Which brings me to French food. We certainly didn’t hit any of the hoity-toity places, and don’t usually eat what is considered by Americans to be “fine French cuisine” or anything when we’re home, but French food in France is a whole ‘nuther category. The best thing, in my opinion, is just good, plain brasserie cuisine; the attention to detail and, especially, the quality of the ingredients, is superlative. The food that we ate while there – pork scallops in crème fraîche sauce, lamb stew, pastas, fresh salads, lots of cheeses, chocolate desserts, bread, Italian food, traditional crepes – was all, even at the mediocre places, extremely good.

Which is why, for the life of me, I can’t understand the insane line of people waiting in the sun for over an hour to get into… Planet Hollywood.



On Friday night, THTM and I decided to wander over to the Eiffel Tower and see it all lit up. Admittedly, I wasn’t expecting to like the Eiffel Tower, but you know we had to go to at least do the token tardly “Bon… Simon Le Bon” thing. But I was surprised when I first saw the Tower how absolutely beautiful and graceful and elegant it is! It may, in fact, be one of my all-time-favorite pieces of architecture. Seeing it at night, paved with shimmery lights, was delightful. We were having all sorts of great good fun taking dorky pictures of each other when, near us, a young British couple also began doing the same. The baby-faced boy posed his ruddy-haired girlfriend in front of the Tower, and then stepped back to take the picture, encouraging “Muppet,” as he adorably called her, to smile. “D’you have the flash on?” she called to him. “I’ll flash if you will!” he called back, causing me and THTM to crack up. He grinned at us. “Ah, English-speakers!” Seriously, these two were cute as buttons, and we all took turns taking each others’ pictures and chatting for a few.

Saturday was our scheduled Travel to Brussels Day, but we had one more important Quest before departing Paris: CHOCOLATE! Specifically, hot chocolate. THTM had read about a particular café down on the rue de Rivoli, and we pre-arranged with Pappy to meet up first thing in the morning to venture to Angelina, a café that’s been around since 1903.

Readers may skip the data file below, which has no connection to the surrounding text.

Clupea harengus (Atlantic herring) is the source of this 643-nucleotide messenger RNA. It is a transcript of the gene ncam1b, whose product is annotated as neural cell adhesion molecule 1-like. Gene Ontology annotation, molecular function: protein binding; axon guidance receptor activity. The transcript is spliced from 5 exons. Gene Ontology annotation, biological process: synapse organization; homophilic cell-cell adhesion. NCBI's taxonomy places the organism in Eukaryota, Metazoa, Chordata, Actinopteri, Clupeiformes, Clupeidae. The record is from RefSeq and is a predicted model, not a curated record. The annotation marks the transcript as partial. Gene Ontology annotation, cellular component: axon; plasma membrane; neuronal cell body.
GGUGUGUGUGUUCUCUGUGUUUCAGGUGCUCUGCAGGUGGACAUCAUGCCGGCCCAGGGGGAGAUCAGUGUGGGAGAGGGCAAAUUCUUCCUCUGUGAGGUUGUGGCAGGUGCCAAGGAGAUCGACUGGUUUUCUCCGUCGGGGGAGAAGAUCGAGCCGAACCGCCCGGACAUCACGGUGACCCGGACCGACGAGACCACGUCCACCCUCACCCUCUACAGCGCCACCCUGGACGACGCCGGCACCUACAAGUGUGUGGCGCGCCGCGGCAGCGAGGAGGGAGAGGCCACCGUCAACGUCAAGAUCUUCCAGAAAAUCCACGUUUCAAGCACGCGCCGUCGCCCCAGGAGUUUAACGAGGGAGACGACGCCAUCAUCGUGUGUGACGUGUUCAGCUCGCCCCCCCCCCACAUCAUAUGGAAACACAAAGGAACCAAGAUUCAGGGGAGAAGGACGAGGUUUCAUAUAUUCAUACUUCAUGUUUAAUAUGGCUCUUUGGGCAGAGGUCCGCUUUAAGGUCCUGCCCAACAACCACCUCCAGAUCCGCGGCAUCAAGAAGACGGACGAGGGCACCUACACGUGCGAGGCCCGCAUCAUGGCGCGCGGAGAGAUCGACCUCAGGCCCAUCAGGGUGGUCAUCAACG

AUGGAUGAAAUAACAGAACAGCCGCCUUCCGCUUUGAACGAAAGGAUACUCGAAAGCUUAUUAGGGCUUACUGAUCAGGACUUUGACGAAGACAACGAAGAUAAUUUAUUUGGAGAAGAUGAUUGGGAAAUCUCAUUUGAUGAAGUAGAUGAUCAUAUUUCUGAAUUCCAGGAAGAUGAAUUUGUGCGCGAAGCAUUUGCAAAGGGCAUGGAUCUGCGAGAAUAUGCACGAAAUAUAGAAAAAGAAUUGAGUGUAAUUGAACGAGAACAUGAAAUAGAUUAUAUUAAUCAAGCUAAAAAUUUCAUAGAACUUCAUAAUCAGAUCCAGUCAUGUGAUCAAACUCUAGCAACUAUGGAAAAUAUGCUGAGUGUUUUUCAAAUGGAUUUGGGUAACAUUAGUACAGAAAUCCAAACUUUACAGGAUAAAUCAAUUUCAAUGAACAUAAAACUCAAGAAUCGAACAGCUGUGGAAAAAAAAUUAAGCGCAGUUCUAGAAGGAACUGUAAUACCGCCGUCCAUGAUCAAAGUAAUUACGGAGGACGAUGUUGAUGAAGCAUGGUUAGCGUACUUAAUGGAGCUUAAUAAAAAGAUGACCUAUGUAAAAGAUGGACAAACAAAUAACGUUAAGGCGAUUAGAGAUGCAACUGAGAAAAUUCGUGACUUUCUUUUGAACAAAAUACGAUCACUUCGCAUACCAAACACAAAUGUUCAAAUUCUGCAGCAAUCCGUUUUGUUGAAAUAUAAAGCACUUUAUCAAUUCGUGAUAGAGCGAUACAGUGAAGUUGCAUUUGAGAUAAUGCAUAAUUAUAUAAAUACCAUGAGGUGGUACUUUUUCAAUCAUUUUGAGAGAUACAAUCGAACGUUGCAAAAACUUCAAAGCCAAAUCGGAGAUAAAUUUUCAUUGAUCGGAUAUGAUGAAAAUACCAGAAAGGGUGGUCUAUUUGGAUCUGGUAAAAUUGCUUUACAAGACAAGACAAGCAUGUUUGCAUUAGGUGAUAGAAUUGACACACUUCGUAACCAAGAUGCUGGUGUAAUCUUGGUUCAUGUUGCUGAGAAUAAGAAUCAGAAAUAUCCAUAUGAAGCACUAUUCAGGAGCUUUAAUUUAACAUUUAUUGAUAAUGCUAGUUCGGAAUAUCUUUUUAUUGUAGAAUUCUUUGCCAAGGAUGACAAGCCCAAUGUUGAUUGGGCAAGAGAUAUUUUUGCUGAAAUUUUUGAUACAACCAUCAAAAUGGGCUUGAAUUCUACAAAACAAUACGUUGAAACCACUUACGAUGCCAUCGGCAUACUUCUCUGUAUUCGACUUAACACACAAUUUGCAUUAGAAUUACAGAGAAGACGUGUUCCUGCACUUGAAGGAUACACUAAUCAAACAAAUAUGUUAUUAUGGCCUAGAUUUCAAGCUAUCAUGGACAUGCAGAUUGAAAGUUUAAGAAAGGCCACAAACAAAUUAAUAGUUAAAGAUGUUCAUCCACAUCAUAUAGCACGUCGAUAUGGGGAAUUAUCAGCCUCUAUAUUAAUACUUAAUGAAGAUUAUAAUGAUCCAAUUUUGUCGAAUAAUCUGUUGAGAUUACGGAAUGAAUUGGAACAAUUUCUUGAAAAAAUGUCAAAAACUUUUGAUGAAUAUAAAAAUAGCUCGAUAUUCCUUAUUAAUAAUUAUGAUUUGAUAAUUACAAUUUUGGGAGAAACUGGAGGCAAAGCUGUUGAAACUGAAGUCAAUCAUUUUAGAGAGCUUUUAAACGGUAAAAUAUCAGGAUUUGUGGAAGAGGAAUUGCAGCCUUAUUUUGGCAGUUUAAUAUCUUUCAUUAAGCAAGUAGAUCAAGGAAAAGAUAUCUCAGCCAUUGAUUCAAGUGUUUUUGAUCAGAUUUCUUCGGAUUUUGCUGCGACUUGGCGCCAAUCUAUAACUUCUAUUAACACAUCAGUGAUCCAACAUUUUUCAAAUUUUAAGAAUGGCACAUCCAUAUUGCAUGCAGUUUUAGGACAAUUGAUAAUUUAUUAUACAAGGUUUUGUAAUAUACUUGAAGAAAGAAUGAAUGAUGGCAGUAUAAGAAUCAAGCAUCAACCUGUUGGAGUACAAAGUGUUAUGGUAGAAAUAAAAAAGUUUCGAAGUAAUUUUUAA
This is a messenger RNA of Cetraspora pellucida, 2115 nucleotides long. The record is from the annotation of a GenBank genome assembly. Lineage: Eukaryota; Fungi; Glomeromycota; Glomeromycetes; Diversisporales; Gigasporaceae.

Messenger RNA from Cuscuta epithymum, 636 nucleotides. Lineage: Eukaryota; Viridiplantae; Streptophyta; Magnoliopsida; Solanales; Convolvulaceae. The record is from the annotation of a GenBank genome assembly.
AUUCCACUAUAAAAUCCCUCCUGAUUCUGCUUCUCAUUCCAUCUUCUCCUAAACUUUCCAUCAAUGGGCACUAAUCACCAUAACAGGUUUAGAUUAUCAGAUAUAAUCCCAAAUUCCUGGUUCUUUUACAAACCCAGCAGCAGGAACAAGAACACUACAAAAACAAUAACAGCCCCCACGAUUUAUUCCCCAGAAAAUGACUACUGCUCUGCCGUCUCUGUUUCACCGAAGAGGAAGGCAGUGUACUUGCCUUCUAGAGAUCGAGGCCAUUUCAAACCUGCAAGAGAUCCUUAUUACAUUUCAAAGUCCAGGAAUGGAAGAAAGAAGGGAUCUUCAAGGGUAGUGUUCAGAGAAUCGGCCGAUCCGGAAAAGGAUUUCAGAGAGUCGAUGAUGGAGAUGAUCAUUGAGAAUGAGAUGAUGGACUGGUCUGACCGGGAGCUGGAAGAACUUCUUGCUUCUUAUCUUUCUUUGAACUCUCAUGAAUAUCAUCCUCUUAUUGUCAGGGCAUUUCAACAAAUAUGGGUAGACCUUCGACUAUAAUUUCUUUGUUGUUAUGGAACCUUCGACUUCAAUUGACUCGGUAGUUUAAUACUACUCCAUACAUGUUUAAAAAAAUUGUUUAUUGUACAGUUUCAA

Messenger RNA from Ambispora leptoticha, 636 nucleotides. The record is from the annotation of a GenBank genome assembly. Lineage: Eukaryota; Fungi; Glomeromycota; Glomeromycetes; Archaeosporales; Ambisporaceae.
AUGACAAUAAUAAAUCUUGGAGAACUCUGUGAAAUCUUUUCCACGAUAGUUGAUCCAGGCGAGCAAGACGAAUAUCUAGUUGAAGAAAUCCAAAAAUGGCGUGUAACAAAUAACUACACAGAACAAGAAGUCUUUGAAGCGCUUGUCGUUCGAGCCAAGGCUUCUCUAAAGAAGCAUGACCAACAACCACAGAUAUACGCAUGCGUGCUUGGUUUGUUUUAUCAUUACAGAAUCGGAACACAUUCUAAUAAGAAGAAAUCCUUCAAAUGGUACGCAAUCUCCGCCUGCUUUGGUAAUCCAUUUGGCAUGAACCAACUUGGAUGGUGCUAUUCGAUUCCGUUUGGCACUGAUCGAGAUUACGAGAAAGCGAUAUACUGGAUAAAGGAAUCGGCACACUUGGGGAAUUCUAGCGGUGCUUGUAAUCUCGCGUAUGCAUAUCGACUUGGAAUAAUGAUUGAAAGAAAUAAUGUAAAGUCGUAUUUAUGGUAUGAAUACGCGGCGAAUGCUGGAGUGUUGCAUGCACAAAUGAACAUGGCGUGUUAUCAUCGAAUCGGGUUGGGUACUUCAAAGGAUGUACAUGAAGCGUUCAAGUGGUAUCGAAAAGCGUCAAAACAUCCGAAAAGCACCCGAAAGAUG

It looked it, too, utterly turn-of-the-century and charming, with its little marble tables and settees and crown molding and glass cases full of dainty pâtisseries, which was enough to woo me.

But the chocolate?


If I could have wept chocolate tears of joy, I would have.

We ended up ordering brekkie, too, and I got eggs Benedict that made my limbic system utter a cacophony of hosannas. We ate slowly, because not only was it a meal to be savored, but it was so rich that if we’d wolfed it, we would still be in food comas.

After, while THTM and Pa were selecting confections from the display case to take with, I wandered next door to the store that was now opened: Librairie Galignani, which billed itself as “The First English Bookshop Established on the Continent.” Okay, if I have to.

Ah, guys, it was the Book Orgy I’d been looking for at Shakespeare & Co.! The selection was amazing, and I dove headfirst into the fiction shelves, the biography shelves, the literary history shelves. I scored a new Dickinson biography, as well as one on James Joyce, more Anaïs Nin, an Edith Wharton I haven’t yet read, a study on Fitzgerald, some Stein poetry, James’s What Maisie Knew, Hemingway’s “Across the River and into the Trees”-

So yeah, I’m set for reading material for the rest of the trip.

Which, naturally, you’ll hear all about later!

But first… yeah, Paris is totally at the top of the short-list now!

À tout à l’heure, Paris!